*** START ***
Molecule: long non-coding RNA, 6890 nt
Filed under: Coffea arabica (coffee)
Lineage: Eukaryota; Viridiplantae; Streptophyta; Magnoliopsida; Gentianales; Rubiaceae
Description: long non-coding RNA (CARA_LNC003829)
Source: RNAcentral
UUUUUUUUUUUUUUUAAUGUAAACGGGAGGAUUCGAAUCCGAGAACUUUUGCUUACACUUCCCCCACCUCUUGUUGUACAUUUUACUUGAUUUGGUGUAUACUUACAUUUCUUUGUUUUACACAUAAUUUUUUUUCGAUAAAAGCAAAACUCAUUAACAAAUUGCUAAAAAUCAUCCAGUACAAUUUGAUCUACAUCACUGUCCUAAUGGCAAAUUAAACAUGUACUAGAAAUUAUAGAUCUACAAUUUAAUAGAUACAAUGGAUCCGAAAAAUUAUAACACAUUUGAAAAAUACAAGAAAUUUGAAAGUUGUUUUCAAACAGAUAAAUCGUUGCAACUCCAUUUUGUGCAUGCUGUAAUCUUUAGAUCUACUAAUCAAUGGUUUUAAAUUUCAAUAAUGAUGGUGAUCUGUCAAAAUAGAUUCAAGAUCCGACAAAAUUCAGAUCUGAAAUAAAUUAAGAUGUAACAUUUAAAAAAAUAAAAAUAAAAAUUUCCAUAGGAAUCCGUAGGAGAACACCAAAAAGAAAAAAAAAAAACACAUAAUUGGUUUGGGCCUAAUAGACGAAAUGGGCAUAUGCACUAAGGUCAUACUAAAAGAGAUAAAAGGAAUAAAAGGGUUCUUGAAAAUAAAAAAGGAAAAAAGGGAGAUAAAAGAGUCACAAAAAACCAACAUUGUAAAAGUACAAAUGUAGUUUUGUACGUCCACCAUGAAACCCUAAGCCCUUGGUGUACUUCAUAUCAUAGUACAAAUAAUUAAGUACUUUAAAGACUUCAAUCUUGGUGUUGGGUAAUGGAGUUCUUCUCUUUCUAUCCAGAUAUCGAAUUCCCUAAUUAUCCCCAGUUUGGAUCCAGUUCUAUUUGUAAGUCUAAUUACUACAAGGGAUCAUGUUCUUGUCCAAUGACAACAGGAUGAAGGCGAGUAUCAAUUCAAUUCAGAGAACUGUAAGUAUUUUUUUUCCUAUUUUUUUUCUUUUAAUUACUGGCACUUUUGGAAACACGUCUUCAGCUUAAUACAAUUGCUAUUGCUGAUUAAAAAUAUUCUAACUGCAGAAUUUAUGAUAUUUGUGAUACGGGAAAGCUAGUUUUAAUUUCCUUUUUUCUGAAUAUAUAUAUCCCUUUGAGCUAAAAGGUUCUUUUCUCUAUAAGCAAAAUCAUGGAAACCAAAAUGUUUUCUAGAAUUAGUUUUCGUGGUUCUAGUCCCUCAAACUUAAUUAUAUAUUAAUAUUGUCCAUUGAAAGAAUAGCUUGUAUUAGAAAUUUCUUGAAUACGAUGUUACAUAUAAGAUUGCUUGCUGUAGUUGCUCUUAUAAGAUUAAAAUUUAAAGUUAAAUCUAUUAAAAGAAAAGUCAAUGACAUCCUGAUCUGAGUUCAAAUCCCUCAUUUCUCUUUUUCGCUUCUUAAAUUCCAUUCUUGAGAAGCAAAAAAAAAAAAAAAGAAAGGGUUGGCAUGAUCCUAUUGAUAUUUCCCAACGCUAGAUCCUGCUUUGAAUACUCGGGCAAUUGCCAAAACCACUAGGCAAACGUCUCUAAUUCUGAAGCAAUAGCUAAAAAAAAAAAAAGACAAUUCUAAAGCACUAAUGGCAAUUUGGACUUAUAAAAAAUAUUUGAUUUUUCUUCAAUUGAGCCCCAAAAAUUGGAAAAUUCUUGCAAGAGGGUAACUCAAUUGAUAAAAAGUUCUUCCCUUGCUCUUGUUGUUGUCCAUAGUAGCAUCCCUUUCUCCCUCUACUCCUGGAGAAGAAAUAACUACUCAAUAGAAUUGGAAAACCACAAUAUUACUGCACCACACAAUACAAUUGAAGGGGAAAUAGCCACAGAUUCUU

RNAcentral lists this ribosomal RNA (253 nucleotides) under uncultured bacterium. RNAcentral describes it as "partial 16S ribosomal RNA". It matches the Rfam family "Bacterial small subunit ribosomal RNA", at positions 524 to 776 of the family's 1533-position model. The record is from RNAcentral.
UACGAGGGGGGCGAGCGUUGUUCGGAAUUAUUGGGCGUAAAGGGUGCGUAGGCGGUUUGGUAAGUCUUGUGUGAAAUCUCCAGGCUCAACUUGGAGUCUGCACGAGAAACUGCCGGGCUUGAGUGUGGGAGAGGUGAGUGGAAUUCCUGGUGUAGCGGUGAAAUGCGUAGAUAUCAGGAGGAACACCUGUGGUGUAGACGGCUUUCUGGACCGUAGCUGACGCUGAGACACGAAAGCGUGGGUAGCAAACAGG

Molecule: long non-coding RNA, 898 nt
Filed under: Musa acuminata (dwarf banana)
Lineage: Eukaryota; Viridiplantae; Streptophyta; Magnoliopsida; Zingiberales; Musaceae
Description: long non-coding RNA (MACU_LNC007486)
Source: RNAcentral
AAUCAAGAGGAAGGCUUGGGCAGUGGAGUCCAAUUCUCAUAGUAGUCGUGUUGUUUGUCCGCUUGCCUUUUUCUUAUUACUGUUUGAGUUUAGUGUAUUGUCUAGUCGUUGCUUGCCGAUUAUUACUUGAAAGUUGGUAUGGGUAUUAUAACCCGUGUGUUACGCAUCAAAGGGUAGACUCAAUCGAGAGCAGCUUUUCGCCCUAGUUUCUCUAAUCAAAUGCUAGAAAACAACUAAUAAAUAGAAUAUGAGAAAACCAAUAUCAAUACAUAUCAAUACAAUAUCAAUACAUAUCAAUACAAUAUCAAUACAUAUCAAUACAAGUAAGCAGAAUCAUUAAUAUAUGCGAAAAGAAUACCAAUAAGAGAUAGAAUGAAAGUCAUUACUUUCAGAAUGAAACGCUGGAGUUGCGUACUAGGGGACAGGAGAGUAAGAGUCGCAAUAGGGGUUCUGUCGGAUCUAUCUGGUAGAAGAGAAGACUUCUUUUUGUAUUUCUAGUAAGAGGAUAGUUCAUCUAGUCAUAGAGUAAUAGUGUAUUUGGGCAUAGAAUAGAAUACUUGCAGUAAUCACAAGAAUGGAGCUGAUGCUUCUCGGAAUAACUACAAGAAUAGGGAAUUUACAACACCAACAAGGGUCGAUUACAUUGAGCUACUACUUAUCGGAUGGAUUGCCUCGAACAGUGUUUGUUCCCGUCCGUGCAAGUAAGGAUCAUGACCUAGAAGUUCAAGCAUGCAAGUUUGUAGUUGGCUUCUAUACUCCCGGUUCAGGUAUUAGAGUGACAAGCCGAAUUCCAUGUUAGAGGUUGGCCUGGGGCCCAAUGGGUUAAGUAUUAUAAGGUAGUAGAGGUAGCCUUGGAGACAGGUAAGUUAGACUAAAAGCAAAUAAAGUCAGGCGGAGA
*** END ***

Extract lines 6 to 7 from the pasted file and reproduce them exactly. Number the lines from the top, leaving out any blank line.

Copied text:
UUUUUUUUUUUUUUUAAUGUAAACGGGAGGAUUCGAAUCCGAGAACUUUUGCUUACACUUCCCCCACCUCUUGUUGUACAUUUUACUUGAUUUGGUGUAUACUUACAUUUCUUUGUUUUACACAUAAUUUUUUUUCGAUAAAAGCAAAACUCAUUAACAAAUUGCUAAAAAUCAUCCAGUACAAUUUGAUCUACAUCACUGUCCUAAUGGCAAAUUAAACAUGUACUAGAAAUUAUAGAUCUACAAUUUAAUAGAUACAAUGGAUCCGAAAAAUUAUAACACAUUUGAAAAAUACAAGAAAUUUGAAAGUUGUUUUCAAACAGAUAAAUCGUUGCAACUCCAUUUUGUGCAUGCUGUAAUCUUUAGAUCUACUAAUCAAUGGUUUUAAAUUUCAAUAAUGAUGGUGAUCUGUCAAAAUAGAUUCAAGAUCCGACAAAAUUCAGAUCUGAAAUAAAUUAAGAUGUAACAUUUAAAAAAAUAAAAAUAAAAAUUUCCAUAGGAAUCCGUAGGAGAACACCAAAAAGAAAAAAAAAAAACACAUAAUUGGUUUGGGCCUAAUAGACGAAAUGGGCAUAUGCACUAAGGUCAUACUAAAAGAGAUAAAAGGAAUAAAAGGGUUCUUGAAAAUAAAAAAGGAAAAAAGGGAGAUAAAAGAGUCACAAAAAACCAACAUUGUAAAAGUACAAAUGUAGUUUUGUACGUCCACCAUGAAACCCUAAGCCCUUGGUGUACUUCAUAUCAUAGUACAAAUAAUUAAGUACUUUAAAGACUUCAAUCUUGGUGUUGGGUAAUGGAGUUCUUCUCUUUCUAUCCAGAUAUCGAAUUCCCUAAUUAUCCCCAGUUUGGAUCCAGUUCUAUUUGUAAGUCUAAUUACUACAAGGGAUCAUGUUCUUGUCCAAUGACAACAGGAUGAAGGCGAGUAUCAAUUCAAUUCAGAGAACUGUAAGUAUUUUUUUUCCUAUUUUUUUUCUUUUAAUUACUGGCACUUUUGGAAACACGUCUUCAGCUUAAUACAAUUGCUAUUGCUGAUUAAAAAUAUUCUAACUGCAGAAUUUAUGAUAUUUGUGAUACGGGAAAGCUAGUUUUAAUUUCCUUUUUUCUGAAUAUAUAUAUCCCUUUGAGCUAAAAGGUUCUUUUCUCUAUAAGCAAAAUCAUGGAAACCAAAAUGUUUUCUAGAAUUAGUUUUCGUGGUUCUAGUCCCUCAAACUUAAUUAUAUAUUAAUAUUGUCCAUUGAAAGAAUAGCUUGUAUUAGAAAUUUCUUGAAUACGAUGUUACAUAUAAGAUUGCUUGCUGUAGUUGCUCUUAUAAGAUUAAAAUUUAAAGUUAAAUCUAUUAAAAGAAAAGUCAAUGACAUCCUGAUCUGAGUUCAAAUCCCUCAUUUCUCUUUUUCGCUUCUUAAAUUCCAUUCUUGAGAAGCAAAAAAAAAAAAAAAGAAAGGGUUGGCAUGAUCCUAUUGAUAUUUCCCAACGCUAGAUCCUGCUUUGAAUACUCGGGCAAUUGCCAAAACCACUAGGCAAACGUCUCUAAUUCUGAAGCAAUAGCUAAAAAAAAAAAAAGACAAUUCUAAAGCACUAAUGGCAAUUUGGACUUAUAAAAAAUAUUUGAUUUUUCUUCAAUUGAGCCCCAAAAAUUGGAAAAUUCUUGCAAGAGGGUAACUCAAUUGAUAAAAAGUUCUUCCCUUGCUCUUGUUGUUGUCCAUAGUAGCAUCCCUUUCUCCCUCUACUCCUGGAGAAGAAAUAACUACUCAAUAGAAUUGGAAAACCACAAUAUUACUGCACCACACAAUACAAUUGAAGGGGAAAUAGCCACAGAUUCUU

RNAcentral lists this ribosomal RNA (253 nucleotides) under uncultured bacterium. RNAcentral describes it as "partial 16S ribosomal RNA". It matches the Rfam family "Bacterial small subunit ribosomal RNA", at positions 524 to 776 of the family's 1533-position model. The record is from RNAcentral.